2014, Archives, November 2014, The MFA Years

A Week In The Life of an MFA Student

This month, I thought I’d share a glimpse at what a typical week looks like for me as a full-time MFA student. This does not take into account the other regular tasks that we all have – paying bills, eating, being with our friends and loved ones, etc. Nor does it account for working because the freelancing I was doing up until the 3rd week of October was supposed to have finished in early September, so it wasn’t supposed to be there anyway. English Comp

Rather, I have focused really just on the schoolwork and my own writing, since that is directly related. Also, you should know that Stony Brook University, where I am a student, has three campuses – Manhattan, (where I will follow most of my classes over the two+ year program) Stony Brook (the main campus) and Southampton (where the MFA program is housed and I will have classes periodically).

I’m going to start with Tuesday because that is the beginning of my class week and, after all, I’m a creative writing student so you wouldn’t expect me to start on Sunday or Monday, would you?!


8:30 am: leave the house for my commute to Southampton. I do a lot of reading during my commute.

1:30 pm: arrive at Southampton for my 2:20pm class titled “What We Write About When We Write About Love” with Roger Rosenblatt.

In this class we mostly discuss one another’s pieces – almost always 250 words about love, or on occasion a sonnet or lyrics to a love song or some other specific form – and our professor gives us feedback on our work. The beauty of being limited to 250 words is that it forces us to focus on what really matters and cut all of the extra words. This has been extremely helpful for me in becoming a sharper writer.

He also had us read the Joyce essay, The Dead, from Dubliners, as well as Fitzgerald’s The Great Gatsbyboth of which we then discussed in class.

5:00 pm: commute back to Brooklyn

10:00 pm: I am back at home.


Re-read the other student’s pieces for my fiction class. Two students submit each week for workshop and each submission is generally between 20-40 pages, sometimes less if they’ve submitted a short story.

3:30 pm (ish) leave Brooklyn for Manhattan – I often continue reading my assigned book during this commute.

4:30 pm (ish) arrive at Manhattan campus with time to relax and prepare my mind for class and, if necessary, finish any notes on my colleague’s pieces.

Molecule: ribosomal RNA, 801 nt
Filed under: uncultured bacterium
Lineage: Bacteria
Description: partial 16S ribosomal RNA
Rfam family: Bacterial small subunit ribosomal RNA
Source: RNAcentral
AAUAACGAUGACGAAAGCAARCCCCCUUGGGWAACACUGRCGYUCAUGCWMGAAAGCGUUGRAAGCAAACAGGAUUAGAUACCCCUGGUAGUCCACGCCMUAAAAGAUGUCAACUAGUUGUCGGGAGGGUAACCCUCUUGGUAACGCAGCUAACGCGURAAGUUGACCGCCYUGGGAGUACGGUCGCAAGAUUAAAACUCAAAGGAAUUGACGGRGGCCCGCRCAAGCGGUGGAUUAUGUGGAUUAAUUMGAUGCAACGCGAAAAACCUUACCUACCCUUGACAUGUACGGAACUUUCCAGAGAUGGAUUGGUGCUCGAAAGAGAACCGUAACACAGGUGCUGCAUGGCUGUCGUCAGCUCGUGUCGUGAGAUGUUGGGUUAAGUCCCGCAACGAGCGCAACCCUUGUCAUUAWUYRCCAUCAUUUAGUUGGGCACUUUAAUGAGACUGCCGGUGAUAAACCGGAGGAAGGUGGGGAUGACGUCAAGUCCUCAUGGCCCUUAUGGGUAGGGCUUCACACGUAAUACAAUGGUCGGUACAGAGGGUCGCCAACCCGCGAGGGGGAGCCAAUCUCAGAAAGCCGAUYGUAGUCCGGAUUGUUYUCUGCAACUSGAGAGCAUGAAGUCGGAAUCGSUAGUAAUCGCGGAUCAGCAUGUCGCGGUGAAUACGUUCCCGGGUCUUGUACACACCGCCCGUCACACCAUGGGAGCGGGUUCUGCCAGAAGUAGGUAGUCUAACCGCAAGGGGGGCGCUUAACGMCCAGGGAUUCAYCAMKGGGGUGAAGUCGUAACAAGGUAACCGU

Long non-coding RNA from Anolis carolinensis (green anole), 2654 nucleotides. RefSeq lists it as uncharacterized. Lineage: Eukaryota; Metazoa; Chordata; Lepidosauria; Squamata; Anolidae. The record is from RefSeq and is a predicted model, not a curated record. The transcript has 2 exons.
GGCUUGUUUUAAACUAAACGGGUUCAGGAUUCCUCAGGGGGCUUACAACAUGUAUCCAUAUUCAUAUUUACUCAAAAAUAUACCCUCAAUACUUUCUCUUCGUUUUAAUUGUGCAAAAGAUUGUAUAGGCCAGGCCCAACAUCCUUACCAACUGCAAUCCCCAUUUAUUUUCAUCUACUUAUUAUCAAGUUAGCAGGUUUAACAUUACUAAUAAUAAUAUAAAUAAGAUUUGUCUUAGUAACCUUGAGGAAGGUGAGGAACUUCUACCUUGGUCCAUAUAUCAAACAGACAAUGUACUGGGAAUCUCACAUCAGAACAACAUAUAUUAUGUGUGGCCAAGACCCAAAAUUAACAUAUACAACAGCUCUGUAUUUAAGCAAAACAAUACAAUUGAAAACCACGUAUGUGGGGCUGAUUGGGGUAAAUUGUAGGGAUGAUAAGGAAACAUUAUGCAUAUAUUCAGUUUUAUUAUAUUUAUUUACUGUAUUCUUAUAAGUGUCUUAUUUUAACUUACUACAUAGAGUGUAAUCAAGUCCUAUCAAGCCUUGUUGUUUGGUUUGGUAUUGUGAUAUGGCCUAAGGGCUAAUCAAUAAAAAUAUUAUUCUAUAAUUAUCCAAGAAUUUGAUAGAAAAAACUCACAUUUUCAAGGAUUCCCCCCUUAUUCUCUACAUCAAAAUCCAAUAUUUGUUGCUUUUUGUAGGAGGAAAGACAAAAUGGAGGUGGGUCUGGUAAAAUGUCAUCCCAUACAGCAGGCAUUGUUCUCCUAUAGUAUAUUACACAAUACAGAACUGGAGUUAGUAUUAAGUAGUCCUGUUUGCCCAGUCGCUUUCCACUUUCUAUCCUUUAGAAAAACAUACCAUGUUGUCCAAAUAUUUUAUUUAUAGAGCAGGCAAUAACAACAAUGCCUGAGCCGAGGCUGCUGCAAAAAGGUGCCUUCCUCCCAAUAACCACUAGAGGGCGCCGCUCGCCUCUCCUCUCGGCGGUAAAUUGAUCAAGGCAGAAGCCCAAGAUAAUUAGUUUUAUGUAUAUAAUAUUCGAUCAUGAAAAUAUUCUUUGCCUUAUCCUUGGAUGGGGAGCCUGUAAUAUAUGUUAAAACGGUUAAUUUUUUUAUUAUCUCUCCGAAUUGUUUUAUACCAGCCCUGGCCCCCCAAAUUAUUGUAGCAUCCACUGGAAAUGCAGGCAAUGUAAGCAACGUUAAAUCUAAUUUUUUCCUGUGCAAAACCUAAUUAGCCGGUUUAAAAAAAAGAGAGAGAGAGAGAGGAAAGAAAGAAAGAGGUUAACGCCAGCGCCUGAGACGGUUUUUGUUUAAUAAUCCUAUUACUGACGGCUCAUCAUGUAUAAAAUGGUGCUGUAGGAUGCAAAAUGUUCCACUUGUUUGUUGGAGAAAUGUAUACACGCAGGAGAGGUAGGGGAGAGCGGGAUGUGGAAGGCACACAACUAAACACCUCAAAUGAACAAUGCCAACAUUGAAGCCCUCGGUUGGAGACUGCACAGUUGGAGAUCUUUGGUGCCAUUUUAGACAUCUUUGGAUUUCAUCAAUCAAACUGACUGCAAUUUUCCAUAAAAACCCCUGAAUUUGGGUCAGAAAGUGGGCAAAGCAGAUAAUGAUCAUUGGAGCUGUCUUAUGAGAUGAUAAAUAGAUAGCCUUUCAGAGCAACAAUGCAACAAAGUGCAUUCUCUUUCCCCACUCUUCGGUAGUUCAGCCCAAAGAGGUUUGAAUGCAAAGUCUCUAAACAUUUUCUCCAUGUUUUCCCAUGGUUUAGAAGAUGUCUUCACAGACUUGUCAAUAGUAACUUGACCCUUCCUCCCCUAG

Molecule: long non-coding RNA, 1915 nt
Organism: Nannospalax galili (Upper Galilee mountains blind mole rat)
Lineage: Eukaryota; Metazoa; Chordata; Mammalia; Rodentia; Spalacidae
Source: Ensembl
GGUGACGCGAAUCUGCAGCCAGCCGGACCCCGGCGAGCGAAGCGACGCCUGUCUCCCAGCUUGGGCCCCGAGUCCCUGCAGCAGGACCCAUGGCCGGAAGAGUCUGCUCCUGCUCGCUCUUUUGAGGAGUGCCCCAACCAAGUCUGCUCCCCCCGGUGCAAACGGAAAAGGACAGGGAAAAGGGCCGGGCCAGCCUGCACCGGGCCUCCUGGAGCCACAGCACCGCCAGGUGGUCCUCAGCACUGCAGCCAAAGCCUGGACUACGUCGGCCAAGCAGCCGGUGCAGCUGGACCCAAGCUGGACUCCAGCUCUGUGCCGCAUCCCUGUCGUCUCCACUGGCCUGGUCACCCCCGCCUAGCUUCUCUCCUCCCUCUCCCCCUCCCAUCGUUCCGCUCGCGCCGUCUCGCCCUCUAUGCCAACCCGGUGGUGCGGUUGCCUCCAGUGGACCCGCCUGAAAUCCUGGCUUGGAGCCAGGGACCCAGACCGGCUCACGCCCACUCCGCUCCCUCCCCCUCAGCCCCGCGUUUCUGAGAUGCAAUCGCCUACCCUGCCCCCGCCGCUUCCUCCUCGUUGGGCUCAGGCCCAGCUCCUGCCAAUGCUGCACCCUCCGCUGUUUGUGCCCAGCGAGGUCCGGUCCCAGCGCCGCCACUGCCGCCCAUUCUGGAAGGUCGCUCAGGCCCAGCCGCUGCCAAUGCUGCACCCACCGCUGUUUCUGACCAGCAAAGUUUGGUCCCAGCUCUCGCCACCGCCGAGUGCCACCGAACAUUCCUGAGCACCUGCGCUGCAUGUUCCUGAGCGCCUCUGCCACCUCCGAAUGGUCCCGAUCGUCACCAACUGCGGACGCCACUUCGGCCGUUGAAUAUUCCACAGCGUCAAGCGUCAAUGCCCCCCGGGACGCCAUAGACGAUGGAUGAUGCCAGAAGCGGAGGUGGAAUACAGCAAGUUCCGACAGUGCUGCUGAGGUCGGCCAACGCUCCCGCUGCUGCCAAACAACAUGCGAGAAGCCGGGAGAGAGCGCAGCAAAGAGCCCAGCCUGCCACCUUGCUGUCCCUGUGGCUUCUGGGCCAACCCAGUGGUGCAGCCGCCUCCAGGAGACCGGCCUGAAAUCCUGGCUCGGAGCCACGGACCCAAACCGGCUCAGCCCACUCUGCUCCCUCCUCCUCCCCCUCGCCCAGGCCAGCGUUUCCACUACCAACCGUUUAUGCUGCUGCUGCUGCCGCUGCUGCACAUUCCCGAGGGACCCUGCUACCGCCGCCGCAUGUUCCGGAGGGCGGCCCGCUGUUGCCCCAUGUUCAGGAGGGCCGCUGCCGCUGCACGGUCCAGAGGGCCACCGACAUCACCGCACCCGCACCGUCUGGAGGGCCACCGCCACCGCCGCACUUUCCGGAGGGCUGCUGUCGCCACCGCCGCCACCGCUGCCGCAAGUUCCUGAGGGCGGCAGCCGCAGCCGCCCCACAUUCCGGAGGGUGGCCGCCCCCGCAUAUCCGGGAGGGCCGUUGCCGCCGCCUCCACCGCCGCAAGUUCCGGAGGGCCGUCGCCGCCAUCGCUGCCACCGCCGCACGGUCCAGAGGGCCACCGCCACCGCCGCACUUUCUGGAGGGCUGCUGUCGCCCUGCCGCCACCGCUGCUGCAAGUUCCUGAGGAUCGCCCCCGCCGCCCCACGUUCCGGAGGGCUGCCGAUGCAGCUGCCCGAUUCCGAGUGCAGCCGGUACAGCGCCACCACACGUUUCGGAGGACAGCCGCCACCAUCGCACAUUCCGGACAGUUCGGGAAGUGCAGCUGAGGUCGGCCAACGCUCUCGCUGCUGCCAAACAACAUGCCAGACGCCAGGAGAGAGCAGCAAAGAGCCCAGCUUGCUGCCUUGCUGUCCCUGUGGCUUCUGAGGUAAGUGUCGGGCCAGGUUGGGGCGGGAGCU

5:20 – 8:10 – Fiction with Susan Minot

In this class we have spent about 75% of our time on our workshop submissions and our teacher gives in-depth line-by-line feedback so that we really understand what works and what can be improved. At the beginning of each class, she often gives us a short reading and leads us in a discussion about the craft of writing. We have had two other assignments on character development, which we’ve also gone over, a few here, a few there, over the semester. And, finally, we’ve had four books to read for class.

She has had us read Dept. of Speculation by Jenny Offill, Stoner by John Williams, To The Lighthouse by Virginia Woolf and House of Mirth by Edith Wharton. She’d originally assigned Sleepless Nights by Elizabeth Hardwick and then switched it to House of Mirth but I’d already finished most of it so I’ve counted it, as well. And, for what it is worth, I highly recommend both Dept. of Speculation and Stoner. I loved both and, particularly Stoner because I don’t know that I would have known to read it had it not been assigned – amazing book!

8:30 (ish) back on the subway and usually home by 9 or 9:30pm.


Re-read my memoir cohort’s pieces and make comments. Two students submit each week and they are often between 10-20 pages each and are always pieces of memoir although some are one-off pieces while others are sections towards book length manuscripts.

3:30 pm (ish) leave Brooklyn for Manhattan – I often continue reading my assigned book during this commute, although by Thursdays I sometimes just “people watch” because my brain is getting tired.

4:30 pm (ish) arrive at Manhattan campus with time to relax and prepare my mind for class and, if necessary, finish any notes on my colleague’s pieces.

5:20-8:10 – Memoir with Melissa Bank

This class always starts with an in-class writing prompt and we generally write for about 25-30 minutes and then read our pieces aloud and no comments are really made, we just listen to one another. The result of this is that each student now has about a dozen pieces that they can further develop into longer essays or works of memoir.

After that, we review the submitted pieces for the week and give our feedback on what worked and what didn’t. The teacher also gives her thoughts so that we can all learn how to improve our writing based on each other’s samples.

Lastly, our teacher invites us to close our eyes and she goes through and reads her favorite lines from our previous week’s in-class writing assignments which we have typed up and sent her by email for feedback. She then returns those to us and we are finished for the evening.